Benjamin Frankel's String Quartets are a big deal. Sadly known by few, these are some of the best quartets written during the 20th century, and indeed as a cycle I think they surely hold a candle among the very best and well-known quartet cycles of our time. I wish Frankel had written another dozen! I hope you all feel the same :)
I have zero time, so here's a review from Gramophone:
Benjamin Frankel’s string quartets are as impressive as his symphonies, which is saying a good deal. They are earlier, dating from a stage of his career when his success as a composer for films gave him little time to write large-scale concert pieces. With the exception of the Fifth Quartet they also predate his very personal (and by no means atonal) adaptation of serialism. But their beautifully spare, clean and economical textures seem to predict that development, just as their fertility of invention within a generally restricted time-scale (with a solitary exception there is no movement in the cycle that is longer than six minutes) points towards Frankel’s remarkable gift for symphonic concision.
Already in the First Quartet it is hard to believe that a movement as eventfully and absorbingly argued as the opening Andantino tranquillo lasts as little as 3'28'' or that the ensuing scherzo (which has more weight and boldness to it than most scherzos – other than Beethoven’s, whose presence is audible) is built from no more than a couple of pithy ideas. With the Second Quartet, bearing the very next opus number, Frankel’s tight, formal and thematic economy enables him to explore alternative formal plans: five movements now instead of four, with Bartok and Shostakovich joining Beethoven as reference points, with the first movement’s ‘development section’ appearing in stages or instalments and with an intense, radiant eloquence to the slow movement and finale, both audibly earned by precise control of formal structure.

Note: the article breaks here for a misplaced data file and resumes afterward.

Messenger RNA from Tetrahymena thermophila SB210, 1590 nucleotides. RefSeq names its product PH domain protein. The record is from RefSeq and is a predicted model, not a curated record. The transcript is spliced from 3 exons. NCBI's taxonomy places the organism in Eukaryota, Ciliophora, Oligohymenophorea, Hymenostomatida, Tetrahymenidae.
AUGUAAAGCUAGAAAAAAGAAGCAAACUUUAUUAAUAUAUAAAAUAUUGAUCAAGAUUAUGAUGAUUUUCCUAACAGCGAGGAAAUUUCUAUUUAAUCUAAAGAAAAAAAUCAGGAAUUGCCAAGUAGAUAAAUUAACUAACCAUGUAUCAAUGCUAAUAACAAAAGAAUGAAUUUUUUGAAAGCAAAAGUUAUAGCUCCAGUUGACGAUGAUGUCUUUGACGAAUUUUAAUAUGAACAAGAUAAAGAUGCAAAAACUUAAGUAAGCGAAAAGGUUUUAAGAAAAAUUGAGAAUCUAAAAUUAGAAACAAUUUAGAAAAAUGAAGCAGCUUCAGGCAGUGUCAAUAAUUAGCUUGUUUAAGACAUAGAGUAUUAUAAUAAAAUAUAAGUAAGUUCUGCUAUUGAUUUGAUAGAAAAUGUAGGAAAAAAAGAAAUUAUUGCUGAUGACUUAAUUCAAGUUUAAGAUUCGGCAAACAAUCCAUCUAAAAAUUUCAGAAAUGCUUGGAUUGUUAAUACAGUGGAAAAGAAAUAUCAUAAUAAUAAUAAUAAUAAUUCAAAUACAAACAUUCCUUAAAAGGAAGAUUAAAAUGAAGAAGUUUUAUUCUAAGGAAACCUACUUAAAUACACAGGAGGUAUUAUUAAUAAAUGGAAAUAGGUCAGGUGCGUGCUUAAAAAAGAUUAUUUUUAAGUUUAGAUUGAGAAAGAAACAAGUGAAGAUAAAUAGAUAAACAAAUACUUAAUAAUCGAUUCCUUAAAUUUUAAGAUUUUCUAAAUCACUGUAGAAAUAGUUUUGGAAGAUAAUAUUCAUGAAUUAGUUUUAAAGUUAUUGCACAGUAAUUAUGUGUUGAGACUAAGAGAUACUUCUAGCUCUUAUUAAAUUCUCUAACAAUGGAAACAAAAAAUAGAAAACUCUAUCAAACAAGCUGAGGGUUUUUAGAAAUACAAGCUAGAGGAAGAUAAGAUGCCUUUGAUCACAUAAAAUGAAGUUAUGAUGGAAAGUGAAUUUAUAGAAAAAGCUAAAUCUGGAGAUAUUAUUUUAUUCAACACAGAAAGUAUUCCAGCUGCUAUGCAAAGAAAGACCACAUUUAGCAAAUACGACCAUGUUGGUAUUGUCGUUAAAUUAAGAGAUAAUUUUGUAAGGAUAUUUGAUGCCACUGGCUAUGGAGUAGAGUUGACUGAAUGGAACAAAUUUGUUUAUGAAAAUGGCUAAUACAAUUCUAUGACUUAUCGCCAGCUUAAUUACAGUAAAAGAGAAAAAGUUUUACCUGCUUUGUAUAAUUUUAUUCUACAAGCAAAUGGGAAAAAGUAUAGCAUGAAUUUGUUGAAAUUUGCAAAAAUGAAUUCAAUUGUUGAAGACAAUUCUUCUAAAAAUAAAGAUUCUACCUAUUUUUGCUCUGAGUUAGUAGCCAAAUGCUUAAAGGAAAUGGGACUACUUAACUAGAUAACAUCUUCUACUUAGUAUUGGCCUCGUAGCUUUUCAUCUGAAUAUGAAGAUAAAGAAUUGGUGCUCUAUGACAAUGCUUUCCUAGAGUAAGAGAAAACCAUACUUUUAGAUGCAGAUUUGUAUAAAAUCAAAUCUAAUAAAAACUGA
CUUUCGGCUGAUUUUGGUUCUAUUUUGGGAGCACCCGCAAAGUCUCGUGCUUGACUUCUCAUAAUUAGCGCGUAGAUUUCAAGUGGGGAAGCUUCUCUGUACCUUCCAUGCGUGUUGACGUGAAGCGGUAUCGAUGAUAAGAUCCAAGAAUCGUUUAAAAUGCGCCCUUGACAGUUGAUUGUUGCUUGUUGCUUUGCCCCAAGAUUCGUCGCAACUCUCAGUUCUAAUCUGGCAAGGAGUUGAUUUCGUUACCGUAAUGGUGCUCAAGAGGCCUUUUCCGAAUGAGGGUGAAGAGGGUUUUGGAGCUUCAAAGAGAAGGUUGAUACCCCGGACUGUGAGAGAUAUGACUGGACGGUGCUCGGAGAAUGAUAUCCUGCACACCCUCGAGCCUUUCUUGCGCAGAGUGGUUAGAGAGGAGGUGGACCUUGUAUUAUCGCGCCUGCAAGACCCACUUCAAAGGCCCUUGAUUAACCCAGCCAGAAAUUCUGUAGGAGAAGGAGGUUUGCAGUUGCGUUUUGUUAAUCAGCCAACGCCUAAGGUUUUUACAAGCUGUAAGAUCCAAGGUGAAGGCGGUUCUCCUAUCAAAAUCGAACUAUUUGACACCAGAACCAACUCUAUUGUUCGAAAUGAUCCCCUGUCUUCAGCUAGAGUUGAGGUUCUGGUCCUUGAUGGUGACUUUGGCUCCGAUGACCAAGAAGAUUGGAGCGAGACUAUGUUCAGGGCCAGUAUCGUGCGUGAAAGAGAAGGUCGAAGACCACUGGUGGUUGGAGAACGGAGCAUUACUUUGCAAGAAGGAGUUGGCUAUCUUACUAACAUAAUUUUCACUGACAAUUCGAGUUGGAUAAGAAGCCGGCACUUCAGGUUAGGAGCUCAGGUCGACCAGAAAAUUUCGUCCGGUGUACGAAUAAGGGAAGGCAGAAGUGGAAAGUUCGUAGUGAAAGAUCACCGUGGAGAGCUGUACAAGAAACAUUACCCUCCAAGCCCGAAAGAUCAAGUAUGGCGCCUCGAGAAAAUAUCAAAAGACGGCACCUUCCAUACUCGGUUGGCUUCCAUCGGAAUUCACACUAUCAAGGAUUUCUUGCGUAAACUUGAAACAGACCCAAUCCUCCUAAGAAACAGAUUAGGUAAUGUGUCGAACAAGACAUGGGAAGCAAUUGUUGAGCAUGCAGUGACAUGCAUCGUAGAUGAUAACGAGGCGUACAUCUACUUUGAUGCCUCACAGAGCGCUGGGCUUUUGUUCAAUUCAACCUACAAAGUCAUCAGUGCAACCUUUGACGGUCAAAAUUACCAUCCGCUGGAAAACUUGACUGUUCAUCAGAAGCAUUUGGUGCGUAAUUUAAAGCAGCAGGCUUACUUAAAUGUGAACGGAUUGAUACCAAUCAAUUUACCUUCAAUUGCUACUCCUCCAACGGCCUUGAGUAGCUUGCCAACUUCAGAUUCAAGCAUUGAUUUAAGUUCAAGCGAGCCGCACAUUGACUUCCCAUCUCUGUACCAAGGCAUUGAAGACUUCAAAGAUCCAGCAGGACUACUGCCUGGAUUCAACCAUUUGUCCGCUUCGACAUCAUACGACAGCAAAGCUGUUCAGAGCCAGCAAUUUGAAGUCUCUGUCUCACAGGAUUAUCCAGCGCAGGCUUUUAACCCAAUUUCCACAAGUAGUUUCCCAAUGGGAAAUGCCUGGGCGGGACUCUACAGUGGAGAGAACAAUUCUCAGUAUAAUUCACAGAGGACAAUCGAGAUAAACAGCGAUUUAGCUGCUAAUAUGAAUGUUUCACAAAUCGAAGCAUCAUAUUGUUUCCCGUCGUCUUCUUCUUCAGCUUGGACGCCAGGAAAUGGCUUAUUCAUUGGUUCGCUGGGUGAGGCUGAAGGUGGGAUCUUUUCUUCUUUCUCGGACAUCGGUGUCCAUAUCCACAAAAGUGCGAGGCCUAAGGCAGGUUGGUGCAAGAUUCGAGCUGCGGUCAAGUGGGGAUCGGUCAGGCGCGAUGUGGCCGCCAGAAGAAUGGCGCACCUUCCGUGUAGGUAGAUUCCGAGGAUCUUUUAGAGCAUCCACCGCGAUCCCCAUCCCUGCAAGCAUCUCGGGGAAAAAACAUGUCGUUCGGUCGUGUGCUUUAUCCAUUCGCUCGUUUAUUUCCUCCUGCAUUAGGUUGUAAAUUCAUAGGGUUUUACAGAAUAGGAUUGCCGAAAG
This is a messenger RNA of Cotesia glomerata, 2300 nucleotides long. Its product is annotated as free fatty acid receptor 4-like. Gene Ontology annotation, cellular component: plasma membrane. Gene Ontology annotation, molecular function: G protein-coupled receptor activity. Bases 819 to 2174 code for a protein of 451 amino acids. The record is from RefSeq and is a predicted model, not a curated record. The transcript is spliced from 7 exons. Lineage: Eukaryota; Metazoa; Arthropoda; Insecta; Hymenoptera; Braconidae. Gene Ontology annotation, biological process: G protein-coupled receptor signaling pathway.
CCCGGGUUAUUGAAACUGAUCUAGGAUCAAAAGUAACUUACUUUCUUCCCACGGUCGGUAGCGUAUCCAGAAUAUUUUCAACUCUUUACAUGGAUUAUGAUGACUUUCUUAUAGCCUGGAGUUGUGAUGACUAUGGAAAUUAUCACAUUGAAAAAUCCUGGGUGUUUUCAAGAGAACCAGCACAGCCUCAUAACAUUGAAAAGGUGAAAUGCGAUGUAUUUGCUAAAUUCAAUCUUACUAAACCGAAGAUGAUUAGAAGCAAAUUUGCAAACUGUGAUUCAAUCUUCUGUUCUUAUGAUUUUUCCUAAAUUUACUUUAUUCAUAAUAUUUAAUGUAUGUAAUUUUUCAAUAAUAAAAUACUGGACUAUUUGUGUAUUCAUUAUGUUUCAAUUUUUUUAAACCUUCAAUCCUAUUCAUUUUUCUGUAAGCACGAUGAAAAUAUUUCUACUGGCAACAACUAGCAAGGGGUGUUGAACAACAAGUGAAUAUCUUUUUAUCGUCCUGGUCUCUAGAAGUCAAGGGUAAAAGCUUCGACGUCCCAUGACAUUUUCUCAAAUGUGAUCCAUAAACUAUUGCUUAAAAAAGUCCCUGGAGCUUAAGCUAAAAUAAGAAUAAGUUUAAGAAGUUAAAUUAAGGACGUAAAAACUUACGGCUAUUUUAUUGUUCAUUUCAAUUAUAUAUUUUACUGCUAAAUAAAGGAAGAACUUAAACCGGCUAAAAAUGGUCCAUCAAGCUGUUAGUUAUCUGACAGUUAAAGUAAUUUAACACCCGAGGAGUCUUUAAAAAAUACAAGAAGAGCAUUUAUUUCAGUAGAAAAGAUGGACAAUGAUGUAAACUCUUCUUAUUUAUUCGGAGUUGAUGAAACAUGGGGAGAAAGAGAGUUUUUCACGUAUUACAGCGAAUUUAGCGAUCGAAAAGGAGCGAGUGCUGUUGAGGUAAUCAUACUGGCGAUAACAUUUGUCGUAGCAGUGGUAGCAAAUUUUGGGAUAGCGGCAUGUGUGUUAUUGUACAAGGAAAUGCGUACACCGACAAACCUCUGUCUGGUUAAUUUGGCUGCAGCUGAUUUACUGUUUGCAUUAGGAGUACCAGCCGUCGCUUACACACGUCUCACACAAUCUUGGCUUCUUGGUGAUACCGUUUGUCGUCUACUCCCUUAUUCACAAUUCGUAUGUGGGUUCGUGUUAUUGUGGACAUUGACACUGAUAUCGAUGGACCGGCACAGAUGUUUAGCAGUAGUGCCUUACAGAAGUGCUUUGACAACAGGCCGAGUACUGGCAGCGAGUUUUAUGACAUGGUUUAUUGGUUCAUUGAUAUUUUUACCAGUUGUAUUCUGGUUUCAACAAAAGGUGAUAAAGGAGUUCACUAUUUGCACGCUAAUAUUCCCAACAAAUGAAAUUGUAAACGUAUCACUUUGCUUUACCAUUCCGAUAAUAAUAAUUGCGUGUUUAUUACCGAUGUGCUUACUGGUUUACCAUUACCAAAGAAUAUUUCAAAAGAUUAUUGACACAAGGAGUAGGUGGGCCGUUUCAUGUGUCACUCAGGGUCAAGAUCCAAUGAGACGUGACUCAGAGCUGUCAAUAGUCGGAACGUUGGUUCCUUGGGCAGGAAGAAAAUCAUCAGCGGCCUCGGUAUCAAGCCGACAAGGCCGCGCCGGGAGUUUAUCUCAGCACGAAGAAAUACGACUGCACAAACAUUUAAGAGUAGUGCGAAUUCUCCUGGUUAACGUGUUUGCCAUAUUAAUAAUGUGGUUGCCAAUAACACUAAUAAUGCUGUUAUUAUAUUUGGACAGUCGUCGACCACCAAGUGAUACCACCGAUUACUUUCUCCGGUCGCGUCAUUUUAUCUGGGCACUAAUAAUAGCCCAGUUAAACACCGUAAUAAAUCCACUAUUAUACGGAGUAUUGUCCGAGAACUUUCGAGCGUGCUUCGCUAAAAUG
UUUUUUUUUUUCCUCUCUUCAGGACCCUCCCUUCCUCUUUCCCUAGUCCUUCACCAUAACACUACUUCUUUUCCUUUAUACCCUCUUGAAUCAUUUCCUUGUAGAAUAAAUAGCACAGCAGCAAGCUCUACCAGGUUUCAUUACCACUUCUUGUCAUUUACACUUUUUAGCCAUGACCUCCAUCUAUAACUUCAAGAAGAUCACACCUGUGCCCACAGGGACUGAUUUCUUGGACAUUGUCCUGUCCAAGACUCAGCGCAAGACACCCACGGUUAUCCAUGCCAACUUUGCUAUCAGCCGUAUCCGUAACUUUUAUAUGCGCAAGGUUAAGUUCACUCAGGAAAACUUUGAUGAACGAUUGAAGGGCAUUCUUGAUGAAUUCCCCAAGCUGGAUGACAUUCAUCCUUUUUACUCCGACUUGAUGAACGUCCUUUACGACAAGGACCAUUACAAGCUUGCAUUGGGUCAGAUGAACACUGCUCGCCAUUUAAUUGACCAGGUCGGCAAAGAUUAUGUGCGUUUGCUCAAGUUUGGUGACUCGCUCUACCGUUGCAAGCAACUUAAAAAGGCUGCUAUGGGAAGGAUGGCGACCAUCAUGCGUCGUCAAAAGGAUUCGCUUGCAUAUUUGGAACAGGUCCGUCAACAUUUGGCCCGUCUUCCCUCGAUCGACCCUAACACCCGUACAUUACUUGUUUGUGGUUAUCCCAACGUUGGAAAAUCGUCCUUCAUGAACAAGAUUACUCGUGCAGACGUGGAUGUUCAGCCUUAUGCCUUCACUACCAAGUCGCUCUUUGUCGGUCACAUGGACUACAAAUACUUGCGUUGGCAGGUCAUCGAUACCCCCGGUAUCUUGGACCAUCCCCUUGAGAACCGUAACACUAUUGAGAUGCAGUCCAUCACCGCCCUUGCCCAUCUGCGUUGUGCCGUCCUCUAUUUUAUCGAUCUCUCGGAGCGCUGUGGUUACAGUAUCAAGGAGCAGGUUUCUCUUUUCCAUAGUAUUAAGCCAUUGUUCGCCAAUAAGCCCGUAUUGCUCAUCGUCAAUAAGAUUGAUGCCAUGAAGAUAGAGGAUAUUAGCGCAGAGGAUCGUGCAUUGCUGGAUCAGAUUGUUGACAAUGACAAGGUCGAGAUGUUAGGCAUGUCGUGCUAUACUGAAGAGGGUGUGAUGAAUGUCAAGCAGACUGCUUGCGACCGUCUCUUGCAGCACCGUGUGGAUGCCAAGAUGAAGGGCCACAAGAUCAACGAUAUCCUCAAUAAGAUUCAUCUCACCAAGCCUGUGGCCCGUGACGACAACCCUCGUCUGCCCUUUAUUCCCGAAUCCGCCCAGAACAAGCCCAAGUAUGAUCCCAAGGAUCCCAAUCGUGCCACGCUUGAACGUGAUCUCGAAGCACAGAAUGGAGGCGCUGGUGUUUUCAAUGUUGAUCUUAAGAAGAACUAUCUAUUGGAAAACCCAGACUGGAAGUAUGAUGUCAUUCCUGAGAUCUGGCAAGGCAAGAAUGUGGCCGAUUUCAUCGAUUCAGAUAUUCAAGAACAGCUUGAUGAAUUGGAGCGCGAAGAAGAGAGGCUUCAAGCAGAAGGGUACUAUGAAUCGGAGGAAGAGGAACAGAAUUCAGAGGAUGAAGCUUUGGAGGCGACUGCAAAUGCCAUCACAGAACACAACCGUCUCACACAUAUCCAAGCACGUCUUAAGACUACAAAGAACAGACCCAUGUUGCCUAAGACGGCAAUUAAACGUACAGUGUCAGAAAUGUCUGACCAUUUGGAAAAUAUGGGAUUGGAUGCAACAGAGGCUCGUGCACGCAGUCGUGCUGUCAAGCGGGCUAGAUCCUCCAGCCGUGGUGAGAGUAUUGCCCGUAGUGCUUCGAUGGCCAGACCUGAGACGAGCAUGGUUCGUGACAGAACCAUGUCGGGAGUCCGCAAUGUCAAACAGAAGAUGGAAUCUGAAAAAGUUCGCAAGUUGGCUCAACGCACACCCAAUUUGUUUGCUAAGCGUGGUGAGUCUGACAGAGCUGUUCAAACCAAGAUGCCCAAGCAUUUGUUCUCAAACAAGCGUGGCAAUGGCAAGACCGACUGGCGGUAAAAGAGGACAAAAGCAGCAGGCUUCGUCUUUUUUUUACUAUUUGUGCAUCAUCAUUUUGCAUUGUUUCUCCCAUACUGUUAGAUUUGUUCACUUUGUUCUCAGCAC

There are further explorations in each subsequent quartet. The Third has two adjacent scherzos, the first nervous and Bartokian, the second a strange, disturbed dialogue between muted and plucked sonorities. In the Fourth the explorations are of mood, a quite unaggressive march and a charmingly gentle scherzo setting a deeply felt lament in poignant context, after which the delightful dancing simplicity of the finale has a subdued ache to it. But the Fifth Quartet is the finest here, and it is sad that it is the last, due to Frankel’s poor health and his subsequent concentration on the symphony. The fundamental lyricism of its predecessors is now even more distilled and refined, the process producing in the first movement two such simple but memorable ideas that for once their exploration needs nearly nine minutes. Or rather 22: euphonious and gratefully melodic though it is, this is Frankel’s first quasi-serial work, and not the least of its pleasures is working out (it is easy to do so, with the ear alone), how for example the serene lyrical Adagio at the centre of the work is derived from earlier material.
I wonder whether the Nomos Quartet knew these works before they were asked to record them. They sound delighted to have discovered them, eloquently concerned that their beauties and ingenuities should be apparent and grateful for their beautifully idiomatic quartet textures. The recordings are exemplary: clear, yet not uncomfortably close. Exceptionally but most valuably the accompanying booklet includes 14 pages of musical illustrations. A distinguished and important release.